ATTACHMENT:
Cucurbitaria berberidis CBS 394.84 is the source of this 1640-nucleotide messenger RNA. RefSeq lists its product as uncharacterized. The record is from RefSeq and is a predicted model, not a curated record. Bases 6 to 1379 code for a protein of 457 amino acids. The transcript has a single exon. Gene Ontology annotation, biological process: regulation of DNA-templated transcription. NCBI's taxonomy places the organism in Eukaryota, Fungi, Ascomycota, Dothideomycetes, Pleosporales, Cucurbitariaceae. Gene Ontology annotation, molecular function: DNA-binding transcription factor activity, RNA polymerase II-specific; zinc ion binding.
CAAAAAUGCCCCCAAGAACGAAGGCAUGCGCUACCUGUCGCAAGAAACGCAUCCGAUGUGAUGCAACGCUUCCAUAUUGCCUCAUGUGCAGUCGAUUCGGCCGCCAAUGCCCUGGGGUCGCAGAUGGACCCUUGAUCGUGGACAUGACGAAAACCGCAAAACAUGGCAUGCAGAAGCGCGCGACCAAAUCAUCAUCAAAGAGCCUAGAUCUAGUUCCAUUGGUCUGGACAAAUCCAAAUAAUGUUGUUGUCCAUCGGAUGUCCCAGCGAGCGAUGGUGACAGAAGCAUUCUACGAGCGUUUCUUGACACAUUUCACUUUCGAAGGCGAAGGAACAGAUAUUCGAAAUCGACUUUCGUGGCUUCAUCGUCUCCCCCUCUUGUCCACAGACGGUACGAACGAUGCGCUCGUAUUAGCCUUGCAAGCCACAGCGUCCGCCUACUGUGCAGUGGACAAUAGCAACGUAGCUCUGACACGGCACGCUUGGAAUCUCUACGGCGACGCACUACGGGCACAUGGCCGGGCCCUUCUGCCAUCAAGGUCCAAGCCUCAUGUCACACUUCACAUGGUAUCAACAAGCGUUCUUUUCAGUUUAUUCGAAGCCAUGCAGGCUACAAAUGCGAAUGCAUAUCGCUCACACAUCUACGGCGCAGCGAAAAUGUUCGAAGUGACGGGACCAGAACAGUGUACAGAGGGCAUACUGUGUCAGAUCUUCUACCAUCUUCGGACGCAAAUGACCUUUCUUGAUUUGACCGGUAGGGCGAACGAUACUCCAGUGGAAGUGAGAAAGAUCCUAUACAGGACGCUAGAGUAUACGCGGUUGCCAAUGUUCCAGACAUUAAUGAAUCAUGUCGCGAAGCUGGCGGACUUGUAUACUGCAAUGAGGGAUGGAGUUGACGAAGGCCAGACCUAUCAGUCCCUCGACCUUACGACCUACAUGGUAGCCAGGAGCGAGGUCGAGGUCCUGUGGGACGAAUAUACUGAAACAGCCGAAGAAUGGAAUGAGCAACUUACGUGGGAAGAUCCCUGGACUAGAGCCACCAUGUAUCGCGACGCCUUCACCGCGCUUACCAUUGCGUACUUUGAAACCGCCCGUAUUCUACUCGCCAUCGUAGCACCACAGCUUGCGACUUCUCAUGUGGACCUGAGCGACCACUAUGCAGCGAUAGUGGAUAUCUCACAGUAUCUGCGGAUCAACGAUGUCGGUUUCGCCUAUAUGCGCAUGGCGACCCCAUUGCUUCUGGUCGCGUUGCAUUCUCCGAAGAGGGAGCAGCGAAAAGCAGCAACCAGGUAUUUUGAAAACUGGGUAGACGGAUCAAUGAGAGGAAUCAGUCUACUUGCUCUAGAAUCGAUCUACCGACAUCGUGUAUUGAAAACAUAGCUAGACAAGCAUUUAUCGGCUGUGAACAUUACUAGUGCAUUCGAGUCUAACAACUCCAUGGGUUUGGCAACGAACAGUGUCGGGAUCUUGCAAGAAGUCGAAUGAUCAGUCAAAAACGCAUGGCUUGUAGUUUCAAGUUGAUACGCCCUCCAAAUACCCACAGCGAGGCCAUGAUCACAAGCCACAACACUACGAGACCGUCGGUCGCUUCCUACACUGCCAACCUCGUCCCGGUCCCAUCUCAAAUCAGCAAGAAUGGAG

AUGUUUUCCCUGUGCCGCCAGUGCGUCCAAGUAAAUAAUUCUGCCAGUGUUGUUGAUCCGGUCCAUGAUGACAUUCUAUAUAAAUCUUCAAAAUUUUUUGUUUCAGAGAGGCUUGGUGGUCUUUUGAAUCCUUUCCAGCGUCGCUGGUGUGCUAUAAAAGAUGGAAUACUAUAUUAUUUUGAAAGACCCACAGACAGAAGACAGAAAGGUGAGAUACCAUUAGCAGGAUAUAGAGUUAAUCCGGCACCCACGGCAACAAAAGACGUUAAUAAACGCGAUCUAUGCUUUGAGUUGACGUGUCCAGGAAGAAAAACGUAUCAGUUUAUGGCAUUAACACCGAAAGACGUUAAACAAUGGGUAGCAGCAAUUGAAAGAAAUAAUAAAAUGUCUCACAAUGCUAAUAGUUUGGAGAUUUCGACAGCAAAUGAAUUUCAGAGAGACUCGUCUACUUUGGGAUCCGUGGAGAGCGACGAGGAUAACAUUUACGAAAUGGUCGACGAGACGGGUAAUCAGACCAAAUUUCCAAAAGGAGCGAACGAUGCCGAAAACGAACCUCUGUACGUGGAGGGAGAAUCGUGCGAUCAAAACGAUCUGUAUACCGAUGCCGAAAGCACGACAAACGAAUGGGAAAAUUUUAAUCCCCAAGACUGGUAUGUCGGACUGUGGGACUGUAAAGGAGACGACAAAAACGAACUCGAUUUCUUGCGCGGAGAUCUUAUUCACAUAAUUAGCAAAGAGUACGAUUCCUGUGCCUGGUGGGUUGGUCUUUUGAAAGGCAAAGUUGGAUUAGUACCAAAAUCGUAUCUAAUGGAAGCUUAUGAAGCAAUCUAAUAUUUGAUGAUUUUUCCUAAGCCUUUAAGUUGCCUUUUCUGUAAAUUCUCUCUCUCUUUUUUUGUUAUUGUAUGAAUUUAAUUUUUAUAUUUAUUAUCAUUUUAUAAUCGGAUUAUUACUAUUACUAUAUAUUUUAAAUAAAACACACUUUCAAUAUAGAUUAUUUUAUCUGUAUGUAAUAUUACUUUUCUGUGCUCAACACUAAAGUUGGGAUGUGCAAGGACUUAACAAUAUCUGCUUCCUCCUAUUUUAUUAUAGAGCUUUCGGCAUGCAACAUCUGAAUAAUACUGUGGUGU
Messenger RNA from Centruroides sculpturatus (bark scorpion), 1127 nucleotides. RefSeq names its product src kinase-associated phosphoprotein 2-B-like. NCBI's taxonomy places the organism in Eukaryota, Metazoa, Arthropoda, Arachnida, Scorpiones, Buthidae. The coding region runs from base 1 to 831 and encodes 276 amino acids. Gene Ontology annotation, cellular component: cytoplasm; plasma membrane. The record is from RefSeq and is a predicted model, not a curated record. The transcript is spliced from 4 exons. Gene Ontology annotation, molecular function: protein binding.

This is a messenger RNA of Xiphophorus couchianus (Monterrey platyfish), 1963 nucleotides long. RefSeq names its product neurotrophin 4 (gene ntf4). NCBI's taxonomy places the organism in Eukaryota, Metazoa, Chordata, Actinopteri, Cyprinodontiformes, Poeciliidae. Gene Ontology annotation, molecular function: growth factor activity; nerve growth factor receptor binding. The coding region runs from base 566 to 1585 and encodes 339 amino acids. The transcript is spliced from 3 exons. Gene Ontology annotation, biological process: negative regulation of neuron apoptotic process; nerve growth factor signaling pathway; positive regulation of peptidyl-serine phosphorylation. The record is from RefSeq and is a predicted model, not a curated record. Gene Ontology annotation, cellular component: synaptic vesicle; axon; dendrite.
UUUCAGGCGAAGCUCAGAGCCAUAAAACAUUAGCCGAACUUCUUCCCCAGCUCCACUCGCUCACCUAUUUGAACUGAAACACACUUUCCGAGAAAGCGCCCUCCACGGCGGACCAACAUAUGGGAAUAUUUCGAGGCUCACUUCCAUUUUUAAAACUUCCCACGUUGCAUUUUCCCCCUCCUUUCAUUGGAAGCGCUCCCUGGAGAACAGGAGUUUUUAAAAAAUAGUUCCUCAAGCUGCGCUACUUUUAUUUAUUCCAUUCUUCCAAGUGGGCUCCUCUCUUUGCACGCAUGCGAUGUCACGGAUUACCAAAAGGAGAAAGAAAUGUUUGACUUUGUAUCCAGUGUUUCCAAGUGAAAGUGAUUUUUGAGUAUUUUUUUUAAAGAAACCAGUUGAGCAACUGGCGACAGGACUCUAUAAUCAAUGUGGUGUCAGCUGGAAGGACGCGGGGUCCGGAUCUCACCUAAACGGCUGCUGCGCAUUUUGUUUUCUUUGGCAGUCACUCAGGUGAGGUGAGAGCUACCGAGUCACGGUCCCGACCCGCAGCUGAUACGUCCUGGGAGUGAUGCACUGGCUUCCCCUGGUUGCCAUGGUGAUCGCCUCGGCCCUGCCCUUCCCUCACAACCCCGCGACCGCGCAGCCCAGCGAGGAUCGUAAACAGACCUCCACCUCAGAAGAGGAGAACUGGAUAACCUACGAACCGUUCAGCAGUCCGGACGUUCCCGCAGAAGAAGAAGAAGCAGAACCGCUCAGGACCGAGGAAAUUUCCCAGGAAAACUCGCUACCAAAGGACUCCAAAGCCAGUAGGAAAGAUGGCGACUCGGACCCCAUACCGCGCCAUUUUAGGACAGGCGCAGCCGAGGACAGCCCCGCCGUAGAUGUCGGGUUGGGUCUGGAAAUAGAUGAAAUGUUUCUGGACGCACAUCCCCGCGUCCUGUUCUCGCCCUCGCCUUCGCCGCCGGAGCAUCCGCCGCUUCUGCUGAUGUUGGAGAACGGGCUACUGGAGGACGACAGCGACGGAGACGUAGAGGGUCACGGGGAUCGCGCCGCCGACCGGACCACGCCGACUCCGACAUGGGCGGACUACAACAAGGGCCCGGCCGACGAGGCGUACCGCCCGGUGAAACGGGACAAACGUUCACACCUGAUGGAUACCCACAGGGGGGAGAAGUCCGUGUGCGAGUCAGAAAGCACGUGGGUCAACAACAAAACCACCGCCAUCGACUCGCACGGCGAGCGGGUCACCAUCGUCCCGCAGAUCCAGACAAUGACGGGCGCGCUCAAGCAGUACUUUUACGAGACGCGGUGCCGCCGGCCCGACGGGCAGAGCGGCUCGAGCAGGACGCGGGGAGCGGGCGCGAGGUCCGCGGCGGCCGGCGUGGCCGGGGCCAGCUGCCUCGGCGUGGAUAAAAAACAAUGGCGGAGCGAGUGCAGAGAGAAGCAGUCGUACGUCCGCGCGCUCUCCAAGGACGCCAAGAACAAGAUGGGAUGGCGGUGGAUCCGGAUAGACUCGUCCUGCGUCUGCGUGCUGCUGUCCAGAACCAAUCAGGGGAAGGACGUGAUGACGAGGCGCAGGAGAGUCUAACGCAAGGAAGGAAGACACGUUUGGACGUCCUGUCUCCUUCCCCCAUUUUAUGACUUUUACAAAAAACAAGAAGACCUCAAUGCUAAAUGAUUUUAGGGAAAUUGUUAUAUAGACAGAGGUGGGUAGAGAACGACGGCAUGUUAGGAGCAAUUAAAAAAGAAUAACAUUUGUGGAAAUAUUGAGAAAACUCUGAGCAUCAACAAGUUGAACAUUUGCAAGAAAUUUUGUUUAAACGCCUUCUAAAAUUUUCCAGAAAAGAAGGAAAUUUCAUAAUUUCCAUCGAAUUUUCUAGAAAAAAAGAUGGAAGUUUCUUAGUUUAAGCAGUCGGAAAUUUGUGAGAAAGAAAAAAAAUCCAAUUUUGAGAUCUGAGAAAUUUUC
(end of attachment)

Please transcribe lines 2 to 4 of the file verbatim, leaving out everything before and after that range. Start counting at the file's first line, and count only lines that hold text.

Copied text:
CAAAAAUGCCCCCAAGAACGAAGGCAUGCGCUACCUGUCGCAAGAAACGCAUCCGAUGUGAUGCAACGCUUCCAUAUUGCCUCAUGUGCAGUCGAUUCGGCCGCCAAUGCCCUGGGGUCGCAGAUGGACCCUUGAUCGUGGACAUGACGAAAACCGCAAAACAUGGCAUGCAGAAGCGCGCGACCAAAUCAUCAUCAAAGAGCCUAGAUCUAGUUCCAUUGGUCUGGACAAAUCCAAAUAAUGUUGUUGUCCAUCGGAUGUCCCAGCGAGCGAUGGUGACAGAAGCAUUCUACGAGCGUUUCUUGACACAUUUCACUUUCGAAGGCGAAGGAACAGAUAUUCGAAAUCGACUUUCGUGGCUUCAUCGUCUCCCCCUCUUGUCCACAGACGGUACGAACGAUGCGCUCGUAUUAGCCUUGCAAGCCACAGCGUCCGCCUACUGUGCAGUGGACAAUAGCAACGUAGCUCUGACACGGCACGCUUGGAAUCUCUACGGCGACGCACUACGGGCACAUGGCCGGGCCCUUCUGCCAUCAAGGUCCAAGCCUCAUGUCACACUUCACAUGGUAUCAACAAGCGUUCUUUUCAGUUUAUUCGAAGCCAUGCAGGCUACAAAUGCGAAUGCAUAUCGCUCACACAUCUACGGCGCAGCGAAAAUGUUCGAAGUGACGGGACCAGAACAGUGUACAGAGGGCAUACUGUGUCAGAUCUUCUACCAUCUUCGGACGCAAAUGACCUUUCUUGAUUUGACCGGUAGGGCGAACGAUACUCCAGUGGAAGUGAGAAAGAUCCUAUACAGGACGCUAGAGUAUACGCGGUUGCCAAUGUUCCAGACAUUAAUGAAUCAUGUCGCGAAGCUGGCGGACUUGUAUACUGCAAUGAGGGAUGGAGUUGACGAAGGCCAGACCUAUCAGUCCCUCGACCUUACGACCUACAUGGUAGCCAGGAGCGAGGUCGAGGUCCUGUGGGACGAAUAUACUGAAACAGCCGAAGAAUGGAAUGAGCAACUUACGUGGGAAGAUCCCUGGACUAGAGCCACCAUGUAUCGCGACGCCUUCACCGCGCUUACCAUUGCGUACUUUGAAACCGCCCGUAUUCUACUCGCCAUCGUAGCACCACAGCUUGCGACUUCUCAUGUGGACCUGAGCGACCACUAUGCAGCGAUAGUGGAUAUCUCACAGUAUCUGCGGAUCAACGAUGUCGGUUUCGCCUAUAUGCGCAUGGCGACCCCAUUGCUUCUGGUCGCGUUGCAUUCUCCGAAGAGGGAGCAGCGAAAAGCAGCAACCAGGUAUUUUGAAAACUGGGUAGACGGAUCAAUGAGAGGAAUCAGUCUACUUGCUCUAGAAUCGAUCUACCGACAUCGUGUAUUGAAAACAUAGCUAGACAAGCAUUUAUCGGCUGUGAACAUUACUAGUGCAUUCGAGUCUAACAACUCCAUGGGUUUGGCAACGAACAGUGUCGGGAUCUUGCAAGAAGUCGAAUGAUCAGUCAAAAACGCAUGGCUUGUAGUUUCAAGUUGAUACGCCCUCCAAAUACCCACAGCGAGGCCAUGAUCACAAGCCACAACACUACGAGACCGUCGGUCGCUUCCUACACUGCCAACCUCGUCCCGGUCCCAUCUCAAAUCAGCAAGAAUGGAG

AUGUUUUCCCUGUGCCGCCAGUGCGUCCAAGUAAAUAAUUCUGCCAGUGUUGUUGAUCCGGUCCAUGAUGACAUUCUAUAUAAAUCUUCAAAAUUUUUUGUUUCAGAGAGGCUUGGUGGUCUUUUGAAUCCUUUCCAGCGUCGCUGGUGUGCUAUAAAAGAUGGAAUACUAUAUUAUUUUGAAAGACCCACAGACAGAAGACAGAAAGGUGAGAUACCAUUAGCAGGAUAUAGAGUUAAUCCGGCACCCACGGCAACAAAAGACGUUAAUAAACGCGAUCUAUGCUUUGAGUUGACGUGUCCAGGAAGAAAAACGUAUCAGUUUAUGGCAUUAACACCGAAAGACGUUAAACAAUGGGUAGCAGCAAUUGAAAGAAAUAAUAAAAUGUCUCACAAUGCUAAUAGUUUGGAGAUUUCGACAGCAAAUGAAUUUCAGAGAGACUCGUCUACUUUGGGAUCCGUGGAGAGCGACGAGGAUAACAUUUACGAAAUGGUCGACGAGACGGGUAAUCAGACCAAAUUUCCAAAAGGAGCGAACGAUGCCGAAAACGAACCUCUGUACGUGGAGGGAGAAUCGUGCGAUCAAAACGAUCUGUAUACCGAUGCCGAAAGCACGACAAACGAAUGGGAAAAUUUUAAUCCCCAAGACUGGUAUGUCGGACUGUGGGACUGUAAAGGAGACGACAAAAACGAACUCGAUUUCUUGCGCGGAGAUCUUAUUCACAUAAUUAGCAAAGAGUACGAUUCCUGUGCCUGGUGGGUUGGUCUUUUGAAAGGCAAAGUUGGAUUAGUACCAAAAUCGUAUCUAAUGGAAGCUUAUGAAGCAAUCUAAUAUUUGAUGAUUUUUCCUAAGCCUUUAAGUUGCCUUUUCUGUAAAUUCUCUCUCUCUUUUUUUGUUAUUGUAUGAAUUUAAUUUUUAUAUUUAUUAUCAUUUUAUAAUCGGAUUAUUACUAUUACUAUAUAUUUUAAAUAAAACACACUUUCAAUAUAGAUUAUUUUAUCUGUAUGUAAUAUUACUUUUCUGUGCUCAACACUAAAGUUGGGAUGUGCAAGGACUUAACAAUAUCUGCUUCCUCCUAUUUUAUUAUAGAGCUUUCGGCAUGCAACAUCUGAAUAAUACUGUGGUGU
Messenger RNA from Centruroides sculpturatus (bark scorpion), 1127 nucleotides. RefSeq names its product src kinase-associated phosphoprotein 2-B-like. NCBI's taxonomy places the organism in Eukaryota, Metazoa, Arthropoda, Arachnida, Scorpiones, Buthidae. The coding region runs from base 1 to 831 and encodes 276 amino acids. Gene Ontology annotation, cellular component: cytoplasm; plasma membrane. The record is from RefSeq and is a predicted model, not a curated record. The transcript is spliced from 4 exons. Gene Ontology annotation, molecular function: protein binding.